So going back to the question I posed at the beginning, I think I have my own answer now, based on my experience, but another answer is given by traditional Tibetan Buddhists, who regard The Dalai Lama as an emanation of Avalokiteshvara ("Chenrezig" in Tibetan), the bodhisattva of compassion and patron deity of Tibet (in Buddhism, a bodhisattva is an awakened person – perhaps a bit like a saint in Christian traditions – whose existence is dedicated to helping all living beings reach enlightenment). And now I too have to ask myself if His Holiness The Dalai Lama could actually be some sort of a manifestation of the holy being Avalokiteshvara here on Earth. (Note: The Dalai Lama himself accepts his role as this incarnation and believes it helps him to benefit people.) It's a difficult notion to swallow, especially for us Westerners who are used to a more rational and materialistic worldview, but then again, some consider Buddhist philosophy itself to be a kind of science, with the idea being that if some data doesn't fit the current paradigm, then you must adjust that paradigm to fit the facts. To quote His Holiness himself:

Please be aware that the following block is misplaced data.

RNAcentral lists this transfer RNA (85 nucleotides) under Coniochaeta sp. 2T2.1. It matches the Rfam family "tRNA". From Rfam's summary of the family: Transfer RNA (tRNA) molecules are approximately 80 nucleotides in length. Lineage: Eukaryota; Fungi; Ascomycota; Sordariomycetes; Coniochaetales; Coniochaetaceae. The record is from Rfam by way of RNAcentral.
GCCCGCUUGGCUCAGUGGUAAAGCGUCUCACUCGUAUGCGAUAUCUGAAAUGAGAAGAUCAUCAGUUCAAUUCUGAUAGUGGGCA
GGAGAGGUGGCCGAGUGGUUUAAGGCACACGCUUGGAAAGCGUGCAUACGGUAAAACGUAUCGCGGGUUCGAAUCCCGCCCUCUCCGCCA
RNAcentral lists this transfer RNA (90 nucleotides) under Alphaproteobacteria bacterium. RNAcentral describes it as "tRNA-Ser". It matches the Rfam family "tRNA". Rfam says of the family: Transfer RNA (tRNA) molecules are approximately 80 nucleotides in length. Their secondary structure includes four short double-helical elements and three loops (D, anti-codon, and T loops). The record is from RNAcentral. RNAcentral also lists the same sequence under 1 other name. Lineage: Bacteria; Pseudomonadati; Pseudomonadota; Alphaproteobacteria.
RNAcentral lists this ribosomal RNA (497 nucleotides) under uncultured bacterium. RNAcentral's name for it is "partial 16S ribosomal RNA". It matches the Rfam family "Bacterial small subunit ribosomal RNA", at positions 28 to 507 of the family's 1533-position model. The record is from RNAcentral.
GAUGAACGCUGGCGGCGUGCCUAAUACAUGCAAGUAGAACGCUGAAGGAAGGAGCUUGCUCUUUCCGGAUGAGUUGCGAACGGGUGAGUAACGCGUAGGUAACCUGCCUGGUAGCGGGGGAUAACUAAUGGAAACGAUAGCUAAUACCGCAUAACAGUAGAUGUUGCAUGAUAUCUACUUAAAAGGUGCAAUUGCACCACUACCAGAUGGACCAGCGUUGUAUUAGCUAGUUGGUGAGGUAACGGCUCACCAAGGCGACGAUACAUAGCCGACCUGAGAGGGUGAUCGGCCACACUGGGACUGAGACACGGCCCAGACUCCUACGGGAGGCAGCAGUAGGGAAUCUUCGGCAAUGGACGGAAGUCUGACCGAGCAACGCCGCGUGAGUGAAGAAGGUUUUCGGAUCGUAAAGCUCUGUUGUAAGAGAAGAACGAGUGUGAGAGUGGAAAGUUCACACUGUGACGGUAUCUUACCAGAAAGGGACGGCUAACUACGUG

"I have often said that if science proves facts that conflict with Buddhist understanding, Buddhism must change accordingly. We should always adopt a view that accords with the facts. If upon investigation we find that there is reason and proof for a point, then we should accept it."

So perhaps this approach also applies here – if upon investigation we find that His Holiness actually is the manifestation of a higher spiritual being, then we must change our understanding of reality accordingly!

Of course, I'm not saying that I proved anything during my exceedingly brief interaction with His Holiness, as my experience may have been nothing more than a hallucination or wishful thinking on my part, but at the very least it made me doubt my previous understanding of what he was and what the potential for humans beings is.